A Geometric Reason to Care About Discrete Valuation Rings

Perhaps those that have taken an introductory commutative algebra class have come across the profoundly opaque definition of a discrete valuation ring (DVR), thinking to themselves “why have the math gods condemned me?” From a purely algebraic perspective, it is a remarkable that a ring A is a valuation ring if and only if it is a domain so that for any element in the fraction field for A, x or x^{-1} is contained in  A. Even further, if a valuation ring is Noetherian (and not a field) it is a DVR. Again, algebraically, there are a lot of reasons to care about these rings, but today isn’t about algebra. While there are a huge number of equivalences we can speak of, but instead we will make use of the following definition:


Definition:  A ring A is said to be a DVR if it is a local Noetherian ring with principal maximal ideal.

Geometrically, it is very easy to come up with many examples of Noetherian local rings. For example, consider some curve Z(f) \subseteq \mathbb A^2 (let’s just assume that k is algebraically closed.) We can then form its co ordinate ring k[X,Y]/(f) and localize at the maximal ideal corresponding to some point in  p=(p_1, p_2) \in Z(f), as in (x-p_1,y-p_2). Since f vanishes at p, it is contained in the maximal ideal, so it survives the localization and localization is exact , we could have just as easily localized first and taken the co-ordinate ring either. Either way, now we have this associated ring of functions around some point, denoted \mathcal{O}_{f,p}, and in particular, we should notice that it is local Noetherian, almost by construction.

Now, this point of view is interesting, but what would happen if the maximal ideal were principal, making \mathcal{O}_{p,f} a DVR? Well in this case, note   that \mathfrak{m}/\mathfrak{m}^2 has exactly dimension 1 as a \mathcal{O}_{p,f}/\mathfrak{m}-vector space.  The converse is true as well,  since Nakayama’s lemma implies that in a local Noetherian ring, a basis for \mathfrak{m}/\mathfrak{m}^2 lifts to a generating set for all of \mathfrak{m}, implying that it is principal as an ideal. [Proposition 6.6 here should do it.]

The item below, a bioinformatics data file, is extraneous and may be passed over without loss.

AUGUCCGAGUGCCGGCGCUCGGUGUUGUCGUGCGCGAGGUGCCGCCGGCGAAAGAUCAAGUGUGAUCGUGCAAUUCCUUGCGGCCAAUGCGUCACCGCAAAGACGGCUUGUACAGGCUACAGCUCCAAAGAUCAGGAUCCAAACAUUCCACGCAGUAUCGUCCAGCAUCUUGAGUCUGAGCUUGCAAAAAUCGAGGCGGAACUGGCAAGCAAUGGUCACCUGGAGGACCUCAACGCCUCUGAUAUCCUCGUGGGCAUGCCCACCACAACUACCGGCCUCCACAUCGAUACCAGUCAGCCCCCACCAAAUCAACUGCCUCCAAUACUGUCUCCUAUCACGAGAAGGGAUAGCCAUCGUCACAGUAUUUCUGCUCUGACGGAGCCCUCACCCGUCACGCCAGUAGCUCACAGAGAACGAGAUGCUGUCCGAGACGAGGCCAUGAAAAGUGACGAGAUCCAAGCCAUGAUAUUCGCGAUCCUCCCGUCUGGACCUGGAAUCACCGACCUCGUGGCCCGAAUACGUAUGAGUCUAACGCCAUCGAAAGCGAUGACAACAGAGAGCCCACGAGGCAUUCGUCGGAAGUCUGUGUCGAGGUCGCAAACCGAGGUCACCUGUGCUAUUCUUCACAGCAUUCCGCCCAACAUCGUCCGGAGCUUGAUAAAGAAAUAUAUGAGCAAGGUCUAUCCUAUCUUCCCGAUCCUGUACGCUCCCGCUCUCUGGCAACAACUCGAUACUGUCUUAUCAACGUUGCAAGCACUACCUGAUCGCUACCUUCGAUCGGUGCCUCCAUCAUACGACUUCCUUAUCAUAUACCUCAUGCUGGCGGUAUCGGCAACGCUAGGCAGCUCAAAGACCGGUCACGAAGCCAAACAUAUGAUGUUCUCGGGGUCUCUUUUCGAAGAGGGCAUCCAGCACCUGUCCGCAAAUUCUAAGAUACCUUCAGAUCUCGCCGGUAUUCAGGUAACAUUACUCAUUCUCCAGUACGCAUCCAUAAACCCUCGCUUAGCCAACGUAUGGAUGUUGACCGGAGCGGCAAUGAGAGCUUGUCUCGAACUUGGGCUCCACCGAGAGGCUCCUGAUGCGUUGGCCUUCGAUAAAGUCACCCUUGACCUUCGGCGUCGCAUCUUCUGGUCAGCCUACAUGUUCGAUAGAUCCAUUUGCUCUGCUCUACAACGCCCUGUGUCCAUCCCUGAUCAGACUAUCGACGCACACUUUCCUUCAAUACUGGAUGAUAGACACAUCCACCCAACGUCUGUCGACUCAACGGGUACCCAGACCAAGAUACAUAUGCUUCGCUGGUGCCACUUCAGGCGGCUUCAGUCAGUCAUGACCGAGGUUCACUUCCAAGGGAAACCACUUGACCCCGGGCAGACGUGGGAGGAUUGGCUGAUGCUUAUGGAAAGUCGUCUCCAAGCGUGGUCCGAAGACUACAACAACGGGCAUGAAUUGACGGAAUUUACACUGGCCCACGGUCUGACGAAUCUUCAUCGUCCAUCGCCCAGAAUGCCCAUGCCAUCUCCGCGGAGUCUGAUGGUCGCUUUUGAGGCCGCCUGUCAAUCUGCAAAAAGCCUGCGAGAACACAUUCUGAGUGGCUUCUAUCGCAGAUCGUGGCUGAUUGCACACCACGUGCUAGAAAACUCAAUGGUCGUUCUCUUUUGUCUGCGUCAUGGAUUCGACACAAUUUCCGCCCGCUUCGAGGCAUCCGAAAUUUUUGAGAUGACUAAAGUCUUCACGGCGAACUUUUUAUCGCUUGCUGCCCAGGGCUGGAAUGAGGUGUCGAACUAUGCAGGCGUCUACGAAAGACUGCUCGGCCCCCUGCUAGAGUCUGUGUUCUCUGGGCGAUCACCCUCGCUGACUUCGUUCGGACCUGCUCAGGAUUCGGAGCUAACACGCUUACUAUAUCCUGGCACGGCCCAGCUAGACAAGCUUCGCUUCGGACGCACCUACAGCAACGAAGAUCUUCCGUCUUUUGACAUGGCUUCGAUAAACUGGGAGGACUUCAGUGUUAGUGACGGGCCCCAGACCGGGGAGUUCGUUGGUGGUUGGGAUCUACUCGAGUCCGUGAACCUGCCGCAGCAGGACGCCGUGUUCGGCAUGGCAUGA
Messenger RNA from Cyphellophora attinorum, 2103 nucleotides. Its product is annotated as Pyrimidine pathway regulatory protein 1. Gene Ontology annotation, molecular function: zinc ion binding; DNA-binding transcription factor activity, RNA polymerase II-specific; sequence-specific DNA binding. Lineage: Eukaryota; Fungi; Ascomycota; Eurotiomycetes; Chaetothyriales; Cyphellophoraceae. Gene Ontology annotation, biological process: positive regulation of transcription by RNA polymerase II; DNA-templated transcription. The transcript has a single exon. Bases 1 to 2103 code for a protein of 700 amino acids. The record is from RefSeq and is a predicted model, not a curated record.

Geometrically, \mathfrak{m}/\mathfrak{m}^2 is known as the Zariski cotangent space which is heuristically all of the linear functions (degree one) defined around our point. The main point is that by taking the dual of the cotangent space, we get another vector space, which is precisely is actually the tangent space, denoted \Theta_{p,f}. Another way to see it, is that given a polynomial on a variety vanishing at our point, we should ask what function these polynomials restrict to on our tangent space, which are the linear ones. Here is a potentially an unnecessary formalism: restricting our attention to curves, we can define

    \[d_p(f):=\frac{\partial f}{\partial x}(x-p_1)+\frac{\partial f}{\partial y} (y-p_2).\]

 From this, we solve for where the differentials of each defining polynomial are simultaneously zero. By restricting to each polynomial onto the tangent space, d_p defines a homomorphism from polynomials onto linear forms, but since d_x(\alpha)=0 for all constant functions \alpha, we really can just consider d_p:m_{x} \to \Theta_{p,f}^{*} and do great algebraic battle to conclude that this induces an isomorphism \mathfrak{m}/\mathrak{m}^2 \to \Theta_{p,f}^*.

With this in mind, we will give a few basic definitions and then state what all of this is really about:

Definition: A point of p \in C, with C an irreducible curve,  is called simple if f has nonvanishing derivative at p, so that \frac{\partial f}{\partial x}(p) \neq 0 or \frac{\partial f}{\partial y}(p) \neq 0.

We should note that by a linear change in co-ordinate shift p to the origin if after decomposing f into homogenous components, f has a nonzero linear term.

These considerations give rise to a theorem that makes me smile:


Theorem: If C \subseteq \mathbb A^2 is an irreducible curve given by V(f), then p \in C is simple if and only if \mathcal{O}_{f,p} is a DVR.

proof: Without a loss of generality, suppose that p=0 is simple. Furthermore, we can define the tangent line T, but by some rotation we can assume that T=y. We will show that \mathfrak{m}_p=(x). Letting f be the polynomial associated to C, we see that in our nice co-ordinates, f=y+\{\mathrm{higher \, order \, terms}\}. We collect all of those terms that have a power of y:

    \[f=y \cdot g(x,y)-x^2h(x),\]

where g(x,y) has a constant term. In the local ring, \mathcal{O}_{f,p}, the polynomial g becomes invertible, so we can factor y=x^2 h(x) \cdot g^{-1}(x,y), and see that y \in (x), so m=(x,y) is really the same as (x).


Conversely, suppose that A:=\mathcal{O}_{f,p} is a DVR. Again supposing that p=0, we can show that it is simple by showing that f \notin (x,y)^2 (so it has linear terms, and thus nonvanishing derivative.) Assume for contradiction, that f \in (x,y)^2. Well, then (x,y) would survive in A since f \in (x,y)^2, which is a contradiction. In particular, we can consider \mathfrak{m}^{\prime}:= (x,y) \subseteq k[x,y]_{\mathfrak{m}}, and note that (f) \to \frac{\mathfrak{m}^{\prime}}{\mathfrak{m}^{\prime}^2} \twoheadrightarrow \frac{\mathfrak{m}}{\mathfrak{m}^2} is  a composition with kernel (f), and the middle term is two dimensional as a vector space. If f \in (x,y)^2, this would contradict the claim that \mathfrak{m}/\mathfrak{m}^2 is one dimensional as a vector space.

As an aside, there is a more detailed and difficult proof in many texts, that define simple (nonsingular points) by way of dimension: \mathrm{dim}_k(\mathfrak{m}/\mathfrak{m}^2)=dim(X) for an affine variety X.


There is some more work to be done, regarding the condition that \mathcal{O}_{f,p} be a DVR and the dimension of the Zariski cotangent space, but there is a sense in which this proof belongs to a greater generality, instead really being about regular local rings.